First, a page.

Introduction and overview of the article topic
A study by Roderick D. Iverson and Christopher D. Zatzick culminated into an article titled, The Effects of Downsizing on Labor Productivity: The Value of Showing Consideration for Employees’ Morale and Welfare in High-Performance Work Systems. This article was published in January-February 2011 online in Wiley Online Library (Wileyonlinelibrary.com). According to Iverson and Zatzick (2011), the aim of their study was to examine whether organizations that showed greater consideration for their employee’s morale and welfare during the downsizing process increased labor productivity. Their study was also aimed at showing that the consideration of the morale and welfare of the employees will be mainly essential for high-performance work systems (HPWS) that depend on human capital for competitive advantage.
Downsizing affects the attitudes and well-being of survivors negatively especially where the employees perceive the process of downsizing to be unfair (Iverson& Zatzick 2011). According to the authors, declines in performance after downsizing may be partly due to related decline in employee morale. While drawing on a past study related to their topic of study, Iverson and Zatzick (2011) observed that expressing consideration for employees’ morale and welfare (i.e., increasing communication, providing counseling for survivors, preserving dignity, and developing marketability of skills) had greater post-downsizing cash margins. It is the intention to extend this finding and the prediction that the benefits of showing consideration for employees will be greater for organizations with more extensive HPWS that form the foundation of the study by Iverson and Zatzick (2011). To test their prediction, they used an original data set that consisted of organization-level data on HPWS and the downsizing process. They also used objective performance data from a secondary source.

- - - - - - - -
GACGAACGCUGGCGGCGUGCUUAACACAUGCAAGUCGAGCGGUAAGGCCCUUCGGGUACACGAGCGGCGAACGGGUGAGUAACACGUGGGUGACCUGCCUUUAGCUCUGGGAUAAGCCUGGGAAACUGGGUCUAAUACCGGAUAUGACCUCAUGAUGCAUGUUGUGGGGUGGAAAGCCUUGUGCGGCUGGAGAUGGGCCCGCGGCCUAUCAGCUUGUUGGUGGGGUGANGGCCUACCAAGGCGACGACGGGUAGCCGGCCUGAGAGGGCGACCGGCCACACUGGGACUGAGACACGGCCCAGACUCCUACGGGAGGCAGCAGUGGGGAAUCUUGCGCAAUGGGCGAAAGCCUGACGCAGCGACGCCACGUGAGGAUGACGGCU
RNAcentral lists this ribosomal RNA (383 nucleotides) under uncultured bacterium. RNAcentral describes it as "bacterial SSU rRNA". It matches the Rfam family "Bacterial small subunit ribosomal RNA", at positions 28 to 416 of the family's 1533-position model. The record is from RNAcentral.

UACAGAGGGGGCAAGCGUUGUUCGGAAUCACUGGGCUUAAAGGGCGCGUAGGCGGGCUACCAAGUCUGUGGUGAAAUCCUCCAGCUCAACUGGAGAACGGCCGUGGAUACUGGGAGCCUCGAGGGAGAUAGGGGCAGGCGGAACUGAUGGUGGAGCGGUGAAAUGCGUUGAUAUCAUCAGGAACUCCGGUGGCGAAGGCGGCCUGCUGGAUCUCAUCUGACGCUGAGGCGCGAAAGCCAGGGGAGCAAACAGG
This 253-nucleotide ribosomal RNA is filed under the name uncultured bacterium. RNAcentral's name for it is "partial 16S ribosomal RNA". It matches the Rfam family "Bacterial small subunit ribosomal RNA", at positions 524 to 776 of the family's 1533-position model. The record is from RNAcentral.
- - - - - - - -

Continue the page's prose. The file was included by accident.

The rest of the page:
How the topic relates to Human Relations